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Widow'd and poor, her angry father gave, A pleasant humour has the girl : her smile
· Again, my Jessy, hear what I advise, For help, and help'd her when her sire denied ; And watch a woman ever in disguise ; When in few years death stalk'd through bower Issop, that widow, serious, subtle, slyand hall,
But what of this, I must have company :
And worms herself into the closet heart ;
Nor let her know, my love, how we unite.
Her various arts and schemes for fresh supplies ;
To these came Jessy, as a seaman thrown 0! watch their movements all: for me 'tis hard,
Indeed is vain, but von may keep a guard ;
Fex hours had pass'd, when, from attendants Jessy, with fear, disgust, alarm, surprise,
Heard of these dulies for her ears and eyes ;
Heard by what service she must gain her bread, Have daily pray'd, a friend discreet and true ; And went with scorn and sorrow to her bed. 0! wonder not that I on you depend,
Jane was a servant fitted for her place, You are mine own hereditary friend.
Experienced, cunning, fraudful, selfish, base ; Hearken, my Jessy, never can I trust
Skill'd in those mean humiliating arts Beings ungrateful, selfish, and unjust;
That make their way to proud and selfish hearts;
By instinct laughi, she felt an awe, a fear,
And then beheld with hatred when it fail'd;
She all the secrets of the mansion told ;
But on the widow'd friend with deep disdain,
From all contagion Jessy kept a part,
Jessy one morn was thoughtful, and her sigh
The widow heard as she was passing by ; Your father loved me ; now, in time of need,
And" Well!" she said. " is that some distant Watch for my good, and to his place succeed.
swain, * Blood doesn't bind-ihat girl, who every day Or aught with us, that gives your bosom pain? Eats of my bread, would wish my life away ;
Come, we are fellow sufferers, slaves in thrall, I am her dear relation, and she thinks
And tasks and griefs are common to us all; To make her fortune, an ambitious minx !
Think not my frankness strange : they love to
And sober mien, that prove I may rely :
Come, hold my clue, and I will lead the way.
“Good Heaven! that one so jealous, envious, | Proud, and yet envions, she disgusted sees base,
All who are happy, and who look at ease.
Some favourites near us, you'll be bless'd to know
To soothe her spleen, we shall ourselves neg.ect
My free-born feet ; I watch'd as well as they ;
And, led by her ill star, I chanced to see
Used in the hours of anger and alarm,
Thus bless'd with secrets both would choose to And, when for her this meanness I display,
hide, She cries, • I heed not what I throw away ;'
Their fears now grant me what their scorn denied. Of secret bargains I endure the shame,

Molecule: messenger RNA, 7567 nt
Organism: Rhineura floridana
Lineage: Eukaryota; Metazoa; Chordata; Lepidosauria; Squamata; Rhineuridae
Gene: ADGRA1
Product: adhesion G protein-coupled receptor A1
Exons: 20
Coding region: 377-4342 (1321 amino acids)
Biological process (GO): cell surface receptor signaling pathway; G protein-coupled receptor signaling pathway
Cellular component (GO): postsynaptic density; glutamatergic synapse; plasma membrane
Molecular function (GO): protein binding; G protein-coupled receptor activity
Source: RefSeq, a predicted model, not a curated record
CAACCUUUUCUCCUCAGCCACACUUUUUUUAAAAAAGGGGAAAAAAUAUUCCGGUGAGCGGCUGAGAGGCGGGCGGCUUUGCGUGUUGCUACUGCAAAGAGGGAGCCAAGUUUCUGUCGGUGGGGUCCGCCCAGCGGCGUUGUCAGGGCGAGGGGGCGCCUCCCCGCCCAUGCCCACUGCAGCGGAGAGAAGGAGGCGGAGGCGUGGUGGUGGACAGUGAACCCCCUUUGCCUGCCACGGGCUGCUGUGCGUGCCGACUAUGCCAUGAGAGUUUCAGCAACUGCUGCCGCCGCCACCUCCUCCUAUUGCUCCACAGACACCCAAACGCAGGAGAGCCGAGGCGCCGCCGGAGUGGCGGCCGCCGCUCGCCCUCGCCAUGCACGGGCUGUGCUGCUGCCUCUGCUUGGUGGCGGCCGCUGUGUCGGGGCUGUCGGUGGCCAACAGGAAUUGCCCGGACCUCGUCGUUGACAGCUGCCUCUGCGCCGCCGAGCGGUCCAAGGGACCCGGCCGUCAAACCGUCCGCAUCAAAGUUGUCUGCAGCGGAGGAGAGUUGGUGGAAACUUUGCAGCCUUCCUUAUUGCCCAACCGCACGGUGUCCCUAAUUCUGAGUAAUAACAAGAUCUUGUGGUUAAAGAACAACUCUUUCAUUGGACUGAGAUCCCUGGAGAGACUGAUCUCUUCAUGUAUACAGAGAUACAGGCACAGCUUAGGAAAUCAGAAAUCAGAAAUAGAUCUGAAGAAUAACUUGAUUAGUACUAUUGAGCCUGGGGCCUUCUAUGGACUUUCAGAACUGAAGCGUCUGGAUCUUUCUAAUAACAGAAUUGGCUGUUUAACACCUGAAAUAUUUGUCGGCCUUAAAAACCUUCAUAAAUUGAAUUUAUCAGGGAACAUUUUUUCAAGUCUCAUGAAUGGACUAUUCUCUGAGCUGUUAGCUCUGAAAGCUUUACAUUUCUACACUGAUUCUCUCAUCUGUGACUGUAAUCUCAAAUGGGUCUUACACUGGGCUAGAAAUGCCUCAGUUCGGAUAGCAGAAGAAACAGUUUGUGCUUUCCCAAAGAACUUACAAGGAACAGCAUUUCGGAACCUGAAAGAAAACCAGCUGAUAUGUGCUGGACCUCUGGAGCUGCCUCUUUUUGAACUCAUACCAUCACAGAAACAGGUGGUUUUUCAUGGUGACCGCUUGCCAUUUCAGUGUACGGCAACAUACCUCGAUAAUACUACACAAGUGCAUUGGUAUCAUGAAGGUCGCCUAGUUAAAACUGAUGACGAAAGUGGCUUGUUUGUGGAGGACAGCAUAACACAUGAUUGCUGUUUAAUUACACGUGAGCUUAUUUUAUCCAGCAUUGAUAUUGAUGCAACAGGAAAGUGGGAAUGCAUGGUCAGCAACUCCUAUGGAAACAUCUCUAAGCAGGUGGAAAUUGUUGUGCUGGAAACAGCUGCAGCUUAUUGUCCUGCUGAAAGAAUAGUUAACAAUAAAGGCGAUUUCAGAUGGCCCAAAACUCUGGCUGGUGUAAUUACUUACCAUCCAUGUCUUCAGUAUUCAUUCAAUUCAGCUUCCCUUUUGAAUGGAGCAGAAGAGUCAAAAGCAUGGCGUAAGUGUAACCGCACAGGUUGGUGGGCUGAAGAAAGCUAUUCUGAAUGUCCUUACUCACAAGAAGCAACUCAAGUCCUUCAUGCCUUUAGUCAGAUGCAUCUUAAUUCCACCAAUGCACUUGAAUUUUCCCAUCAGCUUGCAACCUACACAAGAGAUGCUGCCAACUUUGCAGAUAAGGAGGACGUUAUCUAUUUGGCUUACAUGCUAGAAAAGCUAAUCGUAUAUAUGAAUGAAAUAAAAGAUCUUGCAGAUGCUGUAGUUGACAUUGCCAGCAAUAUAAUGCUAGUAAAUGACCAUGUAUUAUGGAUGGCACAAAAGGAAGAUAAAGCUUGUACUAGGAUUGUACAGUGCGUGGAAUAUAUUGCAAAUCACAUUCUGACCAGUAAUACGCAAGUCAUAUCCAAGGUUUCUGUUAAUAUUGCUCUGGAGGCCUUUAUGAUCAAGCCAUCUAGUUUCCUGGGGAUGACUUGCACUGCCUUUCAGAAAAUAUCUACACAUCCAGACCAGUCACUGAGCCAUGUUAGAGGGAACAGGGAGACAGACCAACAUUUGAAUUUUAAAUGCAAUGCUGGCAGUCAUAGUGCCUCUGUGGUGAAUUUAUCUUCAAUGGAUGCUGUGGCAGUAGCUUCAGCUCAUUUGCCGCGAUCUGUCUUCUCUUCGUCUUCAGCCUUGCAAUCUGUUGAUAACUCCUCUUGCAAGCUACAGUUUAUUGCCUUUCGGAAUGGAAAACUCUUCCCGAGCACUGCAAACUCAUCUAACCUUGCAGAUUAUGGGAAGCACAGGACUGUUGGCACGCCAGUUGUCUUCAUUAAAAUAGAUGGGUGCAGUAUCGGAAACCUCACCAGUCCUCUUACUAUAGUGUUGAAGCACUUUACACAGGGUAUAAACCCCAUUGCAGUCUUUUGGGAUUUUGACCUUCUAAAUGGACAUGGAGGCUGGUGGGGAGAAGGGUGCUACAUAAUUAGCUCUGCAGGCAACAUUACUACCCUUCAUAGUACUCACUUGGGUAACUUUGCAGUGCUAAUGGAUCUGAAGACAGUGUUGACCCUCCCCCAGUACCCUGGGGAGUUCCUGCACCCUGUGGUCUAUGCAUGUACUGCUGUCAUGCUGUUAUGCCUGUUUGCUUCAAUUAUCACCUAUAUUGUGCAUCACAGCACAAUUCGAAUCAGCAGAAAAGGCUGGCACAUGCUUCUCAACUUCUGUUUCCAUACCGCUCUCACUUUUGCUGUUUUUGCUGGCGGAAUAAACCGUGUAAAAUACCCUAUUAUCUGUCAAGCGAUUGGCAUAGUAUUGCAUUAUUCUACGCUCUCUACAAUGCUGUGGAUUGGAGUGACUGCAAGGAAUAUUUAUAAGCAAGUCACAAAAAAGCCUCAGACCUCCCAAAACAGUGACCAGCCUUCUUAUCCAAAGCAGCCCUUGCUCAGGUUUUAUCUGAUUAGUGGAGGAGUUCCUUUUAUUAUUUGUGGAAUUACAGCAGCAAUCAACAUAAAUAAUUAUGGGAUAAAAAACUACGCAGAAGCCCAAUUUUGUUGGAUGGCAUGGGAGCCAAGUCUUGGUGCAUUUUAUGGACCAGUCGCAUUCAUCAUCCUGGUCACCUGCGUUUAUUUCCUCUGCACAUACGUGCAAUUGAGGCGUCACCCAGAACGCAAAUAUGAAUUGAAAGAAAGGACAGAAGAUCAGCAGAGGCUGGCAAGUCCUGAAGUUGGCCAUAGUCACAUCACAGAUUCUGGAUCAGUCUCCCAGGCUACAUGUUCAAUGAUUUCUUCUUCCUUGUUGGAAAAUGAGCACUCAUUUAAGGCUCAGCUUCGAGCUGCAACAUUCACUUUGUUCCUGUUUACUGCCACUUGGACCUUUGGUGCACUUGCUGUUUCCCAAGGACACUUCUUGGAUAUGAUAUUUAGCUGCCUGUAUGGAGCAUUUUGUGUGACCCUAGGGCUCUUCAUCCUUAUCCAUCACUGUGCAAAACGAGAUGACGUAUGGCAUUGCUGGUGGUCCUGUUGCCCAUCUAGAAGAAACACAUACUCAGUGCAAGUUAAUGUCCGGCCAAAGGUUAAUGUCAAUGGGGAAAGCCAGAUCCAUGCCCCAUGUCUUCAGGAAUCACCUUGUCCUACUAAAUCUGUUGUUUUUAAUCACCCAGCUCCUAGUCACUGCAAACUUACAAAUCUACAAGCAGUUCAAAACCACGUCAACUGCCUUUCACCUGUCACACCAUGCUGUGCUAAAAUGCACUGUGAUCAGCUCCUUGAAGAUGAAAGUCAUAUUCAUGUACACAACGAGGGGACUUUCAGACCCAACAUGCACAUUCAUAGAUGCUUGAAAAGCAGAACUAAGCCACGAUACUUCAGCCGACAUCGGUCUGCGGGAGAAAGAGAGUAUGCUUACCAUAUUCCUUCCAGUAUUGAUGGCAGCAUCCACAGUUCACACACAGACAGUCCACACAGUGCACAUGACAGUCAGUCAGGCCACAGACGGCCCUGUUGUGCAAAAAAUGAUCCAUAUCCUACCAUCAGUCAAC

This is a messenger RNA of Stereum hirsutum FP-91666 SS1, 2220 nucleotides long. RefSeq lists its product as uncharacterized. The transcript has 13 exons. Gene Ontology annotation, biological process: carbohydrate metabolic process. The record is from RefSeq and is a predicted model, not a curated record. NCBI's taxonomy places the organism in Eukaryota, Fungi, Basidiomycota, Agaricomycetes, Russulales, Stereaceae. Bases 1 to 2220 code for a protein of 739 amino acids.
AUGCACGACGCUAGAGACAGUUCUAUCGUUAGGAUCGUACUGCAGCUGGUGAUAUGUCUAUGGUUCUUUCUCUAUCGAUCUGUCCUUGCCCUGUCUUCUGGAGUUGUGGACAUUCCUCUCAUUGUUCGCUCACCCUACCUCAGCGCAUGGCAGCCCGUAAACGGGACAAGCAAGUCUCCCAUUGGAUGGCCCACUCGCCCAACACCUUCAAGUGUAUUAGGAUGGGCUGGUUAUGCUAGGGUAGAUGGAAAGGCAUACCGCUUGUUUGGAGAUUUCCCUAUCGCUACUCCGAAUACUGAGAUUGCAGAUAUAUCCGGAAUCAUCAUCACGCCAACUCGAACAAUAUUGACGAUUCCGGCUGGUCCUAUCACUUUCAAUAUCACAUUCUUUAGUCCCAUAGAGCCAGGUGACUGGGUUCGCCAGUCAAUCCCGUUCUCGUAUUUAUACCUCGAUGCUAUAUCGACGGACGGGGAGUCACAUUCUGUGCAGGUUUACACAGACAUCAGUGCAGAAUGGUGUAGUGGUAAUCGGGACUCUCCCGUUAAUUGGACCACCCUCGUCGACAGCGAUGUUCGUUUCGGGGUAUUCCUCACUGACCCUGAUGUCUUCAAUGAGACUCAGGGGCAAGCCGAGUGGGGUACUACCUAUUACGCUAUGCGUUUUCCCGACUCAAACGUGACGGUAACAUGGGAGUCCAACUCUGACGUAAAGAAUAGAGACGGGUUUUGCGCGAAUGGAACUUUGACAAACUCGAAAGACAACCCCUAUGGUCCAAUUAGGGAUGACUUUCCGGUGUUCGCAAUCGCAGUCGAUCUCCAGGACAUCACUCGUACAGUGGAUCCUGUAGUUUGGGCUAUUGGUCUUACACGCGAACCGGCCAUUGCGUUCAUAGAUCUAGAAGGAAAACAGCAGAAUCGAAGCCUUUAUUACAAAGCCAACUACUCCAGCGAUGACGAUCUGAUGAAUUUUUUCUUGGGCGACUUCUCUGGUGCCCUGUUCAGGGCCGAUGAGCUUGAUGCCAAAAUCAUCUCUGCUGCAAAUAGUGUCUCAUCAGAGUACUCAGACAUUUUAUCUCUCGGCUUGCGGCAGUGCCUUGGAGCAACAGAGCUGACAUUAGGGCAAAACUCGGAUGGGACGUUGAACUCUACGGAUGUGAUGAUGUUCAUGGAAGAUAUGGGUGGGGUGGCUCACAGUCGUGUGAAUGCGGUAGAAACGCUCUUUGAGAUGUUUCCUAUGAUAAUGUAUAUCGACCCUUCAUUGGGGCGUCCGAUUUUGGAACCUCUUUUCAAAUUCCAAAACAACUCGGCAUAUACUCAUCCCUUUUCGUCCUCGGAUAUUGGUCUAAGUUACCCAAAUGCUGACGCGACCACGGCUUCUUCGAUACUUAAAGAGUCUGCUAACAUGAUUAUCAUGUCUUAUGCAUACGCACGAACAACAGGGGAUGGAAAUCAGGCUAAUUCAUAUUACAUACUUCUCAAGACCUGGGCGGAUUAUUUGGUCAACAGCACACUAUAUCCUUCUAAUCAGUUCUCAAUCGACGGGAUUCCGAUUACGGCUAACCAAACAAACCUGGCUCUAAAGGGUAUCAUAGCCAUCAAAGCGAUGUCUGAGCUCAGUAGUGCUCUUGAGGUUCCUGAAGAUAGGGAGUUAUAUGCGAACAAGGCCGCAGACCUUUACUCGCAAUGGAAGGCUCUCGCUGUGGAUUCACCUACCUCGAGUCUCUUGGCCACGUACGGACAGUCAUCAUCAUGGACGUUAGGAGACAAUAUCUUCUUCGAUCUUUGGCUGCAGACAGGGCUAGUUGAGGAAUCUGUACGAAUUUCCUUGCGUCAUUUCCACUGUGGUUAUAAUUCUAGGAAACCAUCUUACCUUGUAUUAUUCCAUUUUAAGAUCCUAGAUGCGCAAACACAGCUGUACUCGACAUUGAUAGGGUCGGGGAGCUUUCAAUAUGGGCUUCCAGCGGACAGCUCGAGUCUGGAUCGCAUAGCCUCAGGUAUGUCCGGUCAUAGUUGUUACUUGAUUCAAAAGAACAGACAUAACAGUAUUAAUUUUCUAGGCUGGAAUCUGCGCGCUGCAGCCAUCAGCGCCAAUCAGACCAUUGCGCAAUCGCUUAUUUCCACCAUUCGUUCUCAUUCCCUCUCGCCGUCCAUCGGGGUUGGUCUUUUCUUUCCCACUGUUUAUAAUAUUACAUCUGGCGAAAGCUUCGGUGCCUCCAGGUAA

My freedom thus by their assent secured,
And friends of demons, if they help us, make."
"Strange creatures these," thought Jessy, half • But Issop's nature is to pinch and spare.'
inclined Thus all the meanness of the house is mine, To srnile at one malicious and yet kind ; And my reward, to scorn her, and to dine. Frank and yet cunning, with a heart to love
See next that giddy thing, with neither pride And malice prompt—the serpent and the dove. To keep her safe, nor principle to guide ;
Here could she dwell? or could she yet depart? Poor, idle, simple flirt! as sure as fate
Could she be artiol? could she bear with art ? Her maiden fame will have an early date : This splendid mansion gave the cottage grace, Of her beware ; for all who live below
She thought a dungeon was a happier place; Have faults they wish not all the world to know; And Colin pleading, when he pleaded best, And she is fond of listening, full of doubt, Wrought not such sudden change in Jessy's breast. And stoops to guilt to find an error out.
The wondering maiden, who had only read
Safe in themselves, for nature has design'd
But all beside who in the haunts are found
Days full of care, slow weary weeks pass'd on,
Eager to go, still Jessy was not gone; And seems with every look to sympathize; Her uime in triting or in tears she spení, No mirror can a mortal's grief express
She never gave, she never felt content:
The lady wonder'd that her humble guest
She songht no news, no scandal would convey, And, by that proof she every instant gives, But walk'd for health, and was at church to pray; To one so mean, that yet a meaner lives.
All this displeased, and soon the widow cried,
You know my wishes, I your judgment trust;
When mine is sleeping, let your eye awake ;
soul afraid ; Before her reason could exert its power;